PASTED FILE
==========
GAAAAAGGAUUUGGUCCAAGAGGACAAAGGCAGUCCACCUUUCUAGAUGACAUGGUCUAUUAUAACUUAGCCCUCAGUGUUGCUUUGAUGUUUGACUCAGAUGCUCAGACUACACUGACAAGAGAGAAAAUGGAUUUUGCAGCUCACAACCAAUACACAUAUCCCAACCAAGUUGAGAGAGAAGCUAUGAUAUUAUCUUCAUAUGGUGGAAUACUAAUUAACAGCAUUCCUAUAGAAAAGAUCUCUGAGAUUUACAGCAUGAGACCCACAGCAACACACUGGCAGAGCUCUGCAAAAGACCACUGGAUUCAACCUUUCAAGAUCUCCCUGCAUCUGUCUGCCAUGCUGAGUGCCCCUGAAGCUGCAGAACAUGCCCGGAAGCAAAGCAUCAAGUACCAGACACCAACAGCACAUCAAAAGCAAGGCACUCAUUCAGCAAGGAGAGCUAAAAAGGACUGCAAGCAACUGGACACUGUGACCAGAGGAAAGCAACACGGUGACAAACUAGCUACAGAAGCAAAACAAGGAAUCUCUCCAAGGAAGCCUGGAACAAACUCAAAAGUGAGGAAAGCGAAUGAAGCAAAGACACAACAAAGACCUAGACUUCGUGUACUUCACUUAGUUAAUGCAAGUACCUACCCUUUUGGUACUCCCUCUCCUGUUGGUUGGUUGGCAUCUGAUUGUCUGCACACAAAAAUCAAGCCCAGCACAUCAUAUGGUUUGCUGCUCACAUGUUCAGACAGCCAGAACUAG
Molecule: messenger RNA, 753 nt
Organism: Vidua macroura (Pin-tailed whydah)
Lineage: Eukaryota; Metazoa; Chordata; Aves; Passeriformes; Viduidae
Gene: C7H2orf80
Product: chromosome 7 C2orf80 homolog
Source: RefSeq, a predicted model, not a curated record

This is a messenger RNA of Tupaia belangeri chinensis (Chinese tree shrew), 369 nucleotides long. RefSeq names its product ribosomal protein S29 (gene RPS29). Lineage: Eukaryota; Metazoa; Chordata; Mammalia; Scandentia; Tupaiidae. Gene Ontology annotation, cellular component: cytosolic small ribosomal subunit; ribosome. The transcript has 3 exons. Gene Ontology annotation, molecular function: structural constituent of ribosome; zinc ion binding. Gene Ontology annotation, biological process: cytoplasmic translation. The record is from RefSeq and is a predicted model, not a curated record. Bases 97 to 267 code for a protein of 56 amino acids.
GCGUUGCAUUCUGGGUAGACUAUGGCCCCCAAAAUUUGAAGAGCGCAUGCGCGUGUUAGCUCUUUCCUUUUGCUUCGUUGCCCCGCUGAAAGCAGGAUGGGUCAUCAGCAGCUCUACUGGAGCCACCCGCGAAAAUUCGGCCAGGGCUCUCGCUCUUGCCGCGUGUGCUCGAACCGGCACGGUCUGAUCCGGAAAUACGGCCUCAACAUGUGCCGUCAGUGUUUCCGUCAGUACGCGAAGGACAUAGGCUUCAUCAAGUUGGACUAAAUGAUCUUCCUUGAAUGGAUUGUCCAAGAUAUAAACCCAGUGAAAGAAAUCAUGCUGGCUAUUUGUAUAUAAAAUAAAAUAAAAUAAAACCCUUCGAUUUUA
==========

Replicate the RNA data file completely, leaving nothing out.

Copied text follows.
GAAAAAGGAUUUGGUCCAAGAGGACAAAGGCAGUCCACCUUUCUAGAUGACAUGGUCUAUUAUAACUUAGCCCUCAGUGUUGCUUUGAUGUUUGACUCAGAUGCUCAGACUACACUGACAAGAGAGAAAAUGGAUUUUGCAGCUCACAACCAAUACACAUAUCCCAACCAAGUUGAGAGAGAAGCUAUGAUAUUAUCUUCAUAUGGUGGAAUACUAAUUAACAGCAUUCCUAUAGAAAAGAUCUCUGAGAUUUACAGCAUGAGACCCACAGCAACACACUGGCAGAGCUCUGCAAAAGACCACUGGAUUCAACCUUUCAAGAUCUCCCUGCAUCUGUCUGCCAUGCUGAGUGCCCCUGAAGCUGCAGAACAUGCCCGGAAGCAAAGCAUCAAGUACCAGACACCAACAGCACAUCAAAAGCAAGGCACUCAUUCAGCAAGGAGAGCUAAAAAGGACUGCAAGCAACUGGACACUGUGACCAGAGGAAAGCAACACGGUGACAAACUAGCUACAGAAGCAAAACAAGGAAUCUCUCCAAGGAAGCCUGGAACAAACUCAAAAGUGAGGAAAGCGAAUGAAGCAAAGACACAACAAAGACCUAGACUUCGUGUACUUCACUUAGUUAAUGCAAGUACCUACCCUUUUGGUACUCCCUCUCCUGUUGGUUGGUUGGCAUCUGAUUGUCUGCACACAAAAAUCAAGCCCAGCACAUCAUAUGGUUUGCUGCUCACAUGUUCAGACAGCCAGAACUAG
Molecule: messenger RNA, 753 nt
Organism: Vidua macroura (Pin-tailed whydah)
Lineage: Eukaryota; Metazoa; Chordata; Aves; Passeriformes; Viduidae
Gene: C7H2orf80
Product: chromosome 7 C2orf80 homolog
Source: RefSeq, a predicted model, not a curated record

This is a messenger RNA of Tupaia belangeri chinensis (Chinese tree shrew), 369 nucleotides long. RefSeq names its product ribosomal protein S29 (gene RPS29). Lineage: Eukaryota; Metazoa; Chordata; Mammalia; Scandentia; Tupaiidae. Gene Ontology annotation, cellular component: cytosolic small ribosomal subunit; ribosome. The transcript has 3 exons. Gene Ontology annotation, molecular function: structural constituent of ribosome; zinc ion binding. Gene Ontology annotation, biological process: cytoplasmic translation. The record is from RefSeq and is a predicted model, not a curated record. Bases 97 to 267 code for a protein of 56 amino acids.
GCGUUGCAUUCUGGGUAGACUAUGGCCCCCAAAAUUUGAAGAGCGCAUGCGCGUGUUAGCUCUUUCCUUUUGCUUCGUUGCCCCGCUGAAAGCAGGAUGGGUCAUCAGCAGCUCUACUGGAGCCACCCGCGAAAAUUCGGCCAGGGCUCUCGCUCUUGCCGCGUGUGCUCGAACCGGCACGGUCUGAUCCGGAAAUACGGCCUCAACAUGUGCCGUCAGUGUUUCCGUCAGUACGCGAAGGACAUAGGCUUCAUCAAGUUGGACUAAAUGAUCUUCCUUGAAUGGAUUGUCCAAGAUAUAAACCCAGUGAAAGAAAUCAUGCUGGCUAUUUGUAUAUAAAAUAAAAUAAAAUAAAACCCUUCGAUUUUA